Without this focus, you’ll always be bouncing back and forth between different directions, never making much progress before giving up and deciding to pursue another direction. Or, you’ll constantly be questioning whether or not you’re going in the “right” direction, and then feeling stuck because you’re too scared to commit to a new direction.
But life is a mental game and those who can focus—those who can control their focus—are the ones who win.
That’s why this year I want to focus on, well, FOCUS.
Welcome To The Year Of Focus
Last year, I announced the theme for 2015 to be the year of courage.
This year, instead of trying to do a million things all at once, let’s have the courage to focus on one direction at a time.
Here are the three most important things I think you have to do to stay focused.
1. Figure out what you want out of life.
I know this sounds cliché, but figuring out what’s important to you, what makes you happy, and ultimately, who you want to be in this world, is the most important thing of all. It’s hard to stick to a direction if it doesn’t align with your life vision.
If you don’t know what you want to do with your life, this 5 minute exercise might change your life.
2. Never stop fine-tuning your mindset.
Whatever your brain focuses on becomes your reality.
That’s why your happiness, for example, isn’t dependent on how much good you have in your life vs, how much bad you have in your life. It’s dependent on how much time you spend focused on the good vs. how much time you spend focused on the bad.
If you’re not in control of what you’re brain is focused on, then you’re not in control of your reality.
The challenging part is being able to recognize the bad, but then immediately shifting your focus towards improving the situation, rather than just wasting your mental energy dwelling on the bad.
Learn to recognize when your mind starts going off on a negative tangent, and develop the mental strength to re-shift your focus to the present. Don’t let small setbacks throw you off track. Always do whatever is best for the future in the current situation, regardless of what has happened in the past.
3. Build good habits.
I’ve written a lot about mindset recently, and while mindset is extremely important (and I will continue to write about mindset, because it is so important), habits are the true drivers of lasting change and long-term success. Habits are what will physically transform you into the person you want to become.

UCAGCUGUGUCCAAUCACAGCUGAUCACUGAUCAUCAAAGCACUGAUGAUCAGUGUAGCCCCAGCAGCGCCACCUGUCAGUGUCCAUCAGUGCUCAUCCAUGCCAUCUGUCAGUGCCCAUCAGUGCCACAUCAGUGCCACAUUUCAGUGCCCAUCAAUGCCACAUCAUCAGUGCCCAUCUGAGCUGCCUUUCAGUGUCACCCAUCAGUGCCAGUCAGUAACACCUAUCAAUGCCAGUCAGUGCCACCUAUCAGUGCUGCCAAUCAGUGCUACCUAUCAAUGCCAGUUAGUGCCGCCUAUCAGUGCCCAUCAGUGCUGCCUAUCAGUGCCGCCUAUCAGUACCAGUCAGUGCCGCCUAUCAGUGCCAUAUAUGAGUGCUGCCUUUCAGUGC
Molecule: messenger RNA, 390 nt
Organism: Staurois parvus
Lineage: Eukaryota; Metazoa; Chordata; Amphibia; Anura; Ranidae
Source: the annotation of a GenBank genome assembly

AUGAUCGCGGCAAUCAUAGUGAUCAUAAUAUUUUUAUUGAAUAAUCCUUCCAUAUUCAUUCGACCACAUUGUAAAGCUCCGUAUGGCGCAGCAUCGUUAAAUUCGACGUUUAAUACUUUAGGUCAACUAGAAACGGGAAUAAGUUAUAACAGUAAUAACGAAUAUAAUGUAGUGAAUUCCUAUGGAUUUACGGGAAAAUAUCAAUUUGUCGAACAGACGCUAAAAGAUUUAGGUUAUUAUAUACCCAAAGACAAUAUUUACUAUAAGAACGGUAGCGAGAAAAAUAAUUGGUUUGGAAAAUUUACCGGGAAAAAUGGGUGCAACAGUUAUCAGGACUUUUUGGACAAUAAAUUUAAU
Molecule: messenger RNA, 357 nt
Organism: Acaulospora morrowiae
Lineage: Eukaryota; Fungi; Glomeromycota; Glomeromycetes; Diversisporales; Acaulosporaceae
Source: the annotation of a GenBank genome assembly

That’s why this year I plan on writing more about the different habits that I will be experimenting with in my life. Some habits I plan on building (or continuing to build) this year are:
- Reading every day
- Journaling every day
- Working out 3 times a week
- Meditating every day
Which brings me to some exciting news…
My New 30 Day Challenge: Meditation
It’s been a while since I’ve done a 30 day challenge, but I’m very excited for this one.
I’ve meditated before, but never consistently. So, beginning on January 2nd I will try my very best to meditate every day for 30 days. At the end of the 30 days, I will write about my experience and determine whether it’s worth setting aside 10 minutes a day to sit and literally do nothing, or if it’s something that I can benefit from doing just once a week, or perhaps even less frequently than that.
If you want to join me in this 30 meditation challenge, let me know in the comments below. If you want to wait it out and see how it goes for me, stay tuned.
UPDATE: You can read about the results of my 30 day mediation challenge here.
But, I have a question for you…
What are you going to focus on this year?
Remember, don’t be a donkey. Tell me two things:
- What are you going to focus on this year?
- What’s one habit you plan on building to help you stay focused?